Pre-heat your oven
to 375 degrees F. Fill a large pot with about
a half gallon of water, add olive oil and salt,
and turn on the heat.
Pour a cup of water
into a saucepan, add the cup of demi-glace and
bring it to a boil. Wash the dry mushrooms thoroughly
(they tend to have a lot of dirt in them), then
add them to the saucepan and turn off the heat.
Allow the mushrooms to sit in the water for
approximately ten minutes, then drain them,
conserving the liquid. Set the mushrooms aside
in a bowl and put the liquid back in the saucepan.
Add the whisky to the liquid and boil it away
until it is reduced by half.
In a separate saucepan,
melt a tablespoon of butter on high heat until
it clarifies. Add the heavy cream to the sauce
pan and heat until it just begins to boil, then
turn off the heat and add the mushrooms. Mix
well and allow it to sit.
When the liquid
in the other saucepan has been reduced, add
it to the cream mixture in the saucepan and
mix well. Set aside.
Okay, it´s time
to mount your lasagna (get your mind out of
the gutter). Take a baking dish (preferably
of the glass Corning/Pyrex type), and rub butter
into its bottom and sides.
The water in your
large pot should be boiling by now. Here's the
process (it's kind of a pain in the ass, but
well worth it). You are going to make six or
seven layers as follows:
1. Take as many
sheets of pasta as you need to make one layer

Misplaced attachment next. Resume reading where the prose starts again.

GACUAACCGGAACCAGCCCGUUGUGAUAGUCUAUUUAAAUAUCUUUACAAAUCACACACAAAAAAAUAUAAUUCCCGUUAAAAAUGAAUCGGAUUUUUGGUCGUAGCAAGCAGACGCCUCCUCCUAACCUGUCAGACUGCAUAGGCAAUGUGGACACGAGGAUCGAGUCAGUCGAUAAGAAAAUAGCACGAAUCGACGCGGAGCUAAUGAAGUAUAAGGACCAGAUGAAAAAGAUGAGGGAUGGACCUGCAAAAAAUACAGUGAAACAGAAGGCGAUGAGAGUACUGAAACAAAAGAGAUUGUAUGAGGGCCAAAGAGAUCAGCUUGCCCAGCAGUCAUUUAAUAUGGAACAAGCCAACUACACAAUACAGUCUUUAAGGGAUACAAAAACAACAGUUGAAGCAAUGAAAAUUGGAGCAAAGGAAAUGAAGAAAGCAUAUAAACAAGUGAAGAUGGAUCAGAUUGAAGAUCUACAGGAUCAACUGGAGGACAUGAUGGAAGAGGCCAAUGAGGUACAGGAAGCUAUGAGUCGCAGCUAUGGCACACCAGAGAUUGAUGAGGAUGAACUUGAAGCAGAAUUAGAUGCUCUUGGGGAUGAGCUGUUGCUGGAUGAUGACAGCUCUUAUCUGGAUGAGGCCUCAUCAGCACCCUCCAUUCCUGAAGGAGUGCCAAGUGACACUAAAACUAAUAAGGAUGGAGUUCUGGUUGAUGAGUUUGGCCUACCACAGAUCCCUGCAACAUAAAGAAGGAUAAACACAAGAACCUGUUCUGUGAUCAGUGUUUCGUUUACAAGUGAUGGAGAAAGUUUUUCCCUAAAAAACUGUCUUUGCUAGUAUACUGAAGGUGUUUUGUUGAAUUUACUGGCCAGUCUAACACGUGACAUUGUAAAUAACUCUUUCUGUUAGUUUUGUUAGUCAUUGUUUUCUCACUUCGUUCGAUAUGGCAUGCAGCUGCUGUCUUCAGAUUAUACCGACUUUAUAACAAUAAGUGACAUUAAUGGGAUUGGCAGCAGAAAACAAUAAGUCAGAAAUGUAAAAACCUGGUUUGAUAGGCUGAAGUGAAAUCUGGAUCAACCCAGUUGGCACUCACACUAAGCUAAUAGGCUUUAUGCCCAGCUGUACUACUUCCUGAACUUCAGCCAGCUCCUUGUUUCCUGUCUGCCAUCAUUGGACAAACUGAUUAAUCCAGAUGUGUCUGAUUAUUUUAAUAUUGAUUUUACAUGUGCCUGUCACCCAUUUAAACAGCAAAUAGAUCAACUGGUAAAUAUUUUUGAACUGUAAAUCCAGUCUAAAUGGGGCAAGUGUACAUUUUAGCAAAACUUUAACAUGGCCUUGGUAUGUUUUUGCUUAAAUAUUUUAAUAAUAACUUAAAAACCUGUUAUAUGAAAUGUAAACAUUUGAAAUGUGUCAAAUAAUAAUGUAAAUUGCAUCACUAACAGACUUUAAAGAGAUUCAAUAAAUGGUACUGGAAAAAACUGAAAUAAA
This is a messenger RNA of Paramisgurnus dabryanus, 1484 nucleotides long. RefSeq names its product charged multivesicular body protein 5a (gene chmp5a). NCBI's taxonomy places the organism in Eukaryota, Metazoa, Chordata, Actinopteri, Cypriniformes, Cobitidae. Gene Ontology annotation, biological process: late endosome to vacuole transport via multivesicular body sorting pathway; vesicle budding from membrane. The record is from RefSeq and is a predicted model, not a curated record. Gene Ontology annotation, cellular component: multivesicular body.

in your baking dish and place them in the
boiling water for about two minutes. Remove
them and arrange them in a single layer on
2. Sprinkle the grated cheese uniformly over
the pasta, then pour enough mushroom sauce
to cover the layer over it (make sure
to distribute a few actual mushrooms evenly
over the layer.
3. Sprinkle another layer of grated cheese
over the sauce.
When you run out
of pasta, pour the remaining sauce over the
top layer and cover it with a large amount of
cheese (whatever you have left). Cover the baking
dish with tinfoil and put it in the oven for
20 or 25 minutes.
Eat until you and your friends
Funghi Porcini have a very powerful flavor,
so they need a strong wine as well. Ideally
you can get your hands on a St. Émilion Bordeaux,
but a good Syrah (we recommend the 1997 Concha
y Toro "Explorer" from Chile) will
do. If you can´t get one of these, then get
yourself a nice Chianti (we like the 1995 Ruffino